For the first time ever, the Bitcoin market value has just topped $1 trillion. That's great news for crypto investors! Unfortunately, it also means the currency's energy consumption demands are skyrocketing with it. According to recent reports, the complicated computational algorithms that enable cryptomining are now using more energy than the entire country of Argentina, up from 2019 when it was "just" the equivalent of Sweden.
Put another way: If Bitcoin were a country, its 121.36 terawatt-hours (TWh) per year energy budget would place it in the top 30 energy-consuming nations in the world. (Ethereum, another popular cryptocurrency, is reportedly trying to address this.)
But some savvy cryptominers have found a way to use this to their advantage. As long as they're spending money to power computers to run algorithms to verify digital financial exchanges, they figure they may as well reap the benefits. From the Wall Street Journal:
In the pandemic's early days, photographer Thomas Smith funneled heat through a tube from a computer he uses mainly for mining bitcoin to maintain a small greenhouse in his garage. It yielded fresh basil and heirloom cherry tomatoes.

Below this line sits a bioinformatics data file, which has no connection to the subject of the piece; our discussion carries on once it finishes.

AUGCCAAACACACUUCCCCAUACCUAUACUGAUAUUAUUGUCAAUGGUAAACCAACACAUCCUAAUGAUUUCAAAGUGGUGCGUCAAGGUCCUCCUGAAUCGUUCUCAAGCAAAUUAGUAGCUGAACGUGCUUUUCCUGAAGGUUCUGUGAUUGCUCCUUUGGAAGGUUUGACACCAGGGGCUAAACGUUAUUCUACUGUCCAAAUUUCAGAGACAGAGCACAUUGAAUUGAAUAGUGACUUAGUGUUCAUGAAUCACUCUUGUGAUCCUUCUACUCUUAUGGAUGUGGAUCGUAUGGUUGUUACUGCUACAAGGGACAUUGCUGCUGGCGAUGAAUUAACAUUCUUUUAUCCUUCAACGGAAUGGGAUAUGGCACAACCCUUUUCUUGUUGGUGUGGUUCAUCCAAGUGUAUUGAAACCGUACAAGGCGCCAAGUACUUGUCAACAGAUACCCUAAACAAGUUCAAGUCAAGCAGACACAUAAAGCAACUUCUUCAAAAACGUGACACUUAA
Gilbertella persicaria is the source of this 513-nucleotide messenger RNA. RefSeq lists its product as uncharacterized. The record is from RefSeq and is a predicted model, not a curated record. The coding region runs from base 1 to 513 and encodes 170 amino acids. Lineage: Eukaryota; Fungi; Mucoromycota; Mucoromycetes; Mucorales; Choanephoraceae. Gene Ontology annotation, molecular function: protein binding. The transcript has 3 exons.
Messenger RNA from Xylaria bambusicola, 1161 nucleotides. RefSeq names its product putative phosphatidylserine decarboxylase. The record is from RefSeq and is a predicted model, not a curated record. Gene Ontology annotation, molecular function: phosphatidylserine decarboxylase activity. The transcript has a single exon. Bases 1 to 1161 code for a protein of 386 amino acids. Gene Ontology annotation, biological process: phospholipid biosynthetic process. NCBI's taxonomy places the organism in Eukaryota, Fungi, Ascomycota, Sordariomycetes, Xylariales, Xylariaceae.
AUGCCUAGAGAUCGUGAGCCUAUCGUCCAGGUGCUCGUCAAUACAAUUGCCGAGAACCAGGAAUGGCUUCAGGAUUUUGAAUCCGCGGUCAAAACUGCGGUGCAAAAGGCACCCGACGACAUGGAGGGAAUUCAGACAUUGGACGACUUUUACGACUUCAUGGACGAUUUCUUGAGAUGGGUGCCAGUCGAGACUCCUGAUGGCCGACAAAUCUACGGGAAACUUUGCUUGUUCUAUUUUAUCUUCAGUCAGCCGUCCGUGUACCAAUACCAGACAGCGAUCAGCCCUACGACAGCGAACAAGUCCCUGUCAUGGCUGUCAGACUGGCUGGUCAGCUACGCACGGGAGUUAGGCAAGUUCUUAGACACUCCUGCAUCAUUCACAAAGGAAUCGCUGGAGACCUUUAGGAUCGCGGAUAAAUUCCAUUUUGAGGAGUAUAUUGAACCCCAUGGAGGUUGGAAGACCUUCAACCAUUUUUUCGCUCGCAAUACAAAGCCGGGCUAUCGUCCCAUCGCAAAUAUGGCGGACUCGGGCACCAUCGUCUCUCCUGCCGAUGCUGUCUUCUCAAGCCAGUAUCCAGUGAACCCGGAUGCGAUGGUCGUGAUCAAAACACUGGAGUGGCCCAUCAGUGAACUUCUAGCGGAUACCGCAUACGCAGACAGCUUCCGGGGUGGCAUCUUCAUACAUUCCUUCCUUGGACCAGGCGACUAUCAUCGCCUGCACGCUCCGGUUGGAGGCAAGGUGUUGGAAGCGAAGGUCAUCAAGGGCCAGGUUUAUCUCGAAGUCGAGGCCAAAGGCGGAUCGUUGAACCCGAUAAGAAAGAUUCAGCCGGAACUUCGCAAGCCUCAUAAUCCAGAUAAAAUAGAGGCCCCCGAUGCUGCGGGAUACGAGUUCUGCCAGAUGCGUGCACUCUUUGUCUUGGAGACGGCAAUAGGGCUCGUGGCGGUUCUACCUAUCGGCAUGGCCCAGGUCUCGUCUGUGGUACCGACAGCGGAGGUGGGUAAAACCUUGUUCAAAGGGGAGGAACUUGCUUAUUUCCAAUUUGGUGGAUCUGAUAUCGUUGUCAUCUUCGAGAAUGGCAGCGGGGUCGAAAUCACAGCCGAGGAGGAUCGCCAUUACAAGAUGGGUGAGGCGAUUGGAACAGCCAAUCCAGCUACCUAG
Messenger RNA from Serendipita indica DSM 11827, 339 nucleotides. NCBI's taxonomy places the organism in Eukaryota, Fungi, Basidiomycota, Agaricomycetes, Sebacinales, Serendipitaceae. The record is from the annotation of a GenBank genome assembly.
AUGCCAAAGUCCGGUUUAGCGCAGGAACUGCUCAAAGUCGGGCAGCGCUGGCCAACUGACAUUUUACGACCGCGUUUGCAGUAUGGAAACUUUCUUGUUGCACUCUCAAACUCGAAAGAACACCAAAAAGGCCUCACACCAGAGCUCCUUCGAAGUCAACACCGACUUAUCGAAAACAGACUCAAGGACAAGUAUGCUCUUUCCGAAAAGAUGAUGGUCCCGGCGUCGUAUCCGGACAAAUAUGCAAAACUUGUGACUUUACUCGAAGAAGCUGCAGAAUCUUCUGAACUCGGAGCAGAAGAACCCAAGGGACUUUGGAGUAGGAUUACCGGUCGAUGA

"It was like those heaters on a restaurant patio," he said. "I made a caprese salad."
Now Mr. Smith, who lives in Lafayette, Calif., is experimenting with using his computer to heat at night a coop he recently set up in his backyard for two chickens. "It's chilly out there," he said, though he is concerned about the birds' safety. "I don't want to overheat them."
Rebecca Ratchford hasn't had to raise the thermostat this winter in her three-bedroom Cary, N.C., home, where she has been working remotely as an administrative assistant since the pandemic began. Her custom-built computer gives off plenty of warm air, she said, especially during intense battles in "Destiny 2," the science-fiction shooter game.
Chilly This Winter? Cozy Up to the Computer That's Mining Bitcoin [Sarah E. Needleman / Wall Street Journal]
Bitcoin's wild ride renews worries about its massive carbon footprint [Ryan Browne / CNBC]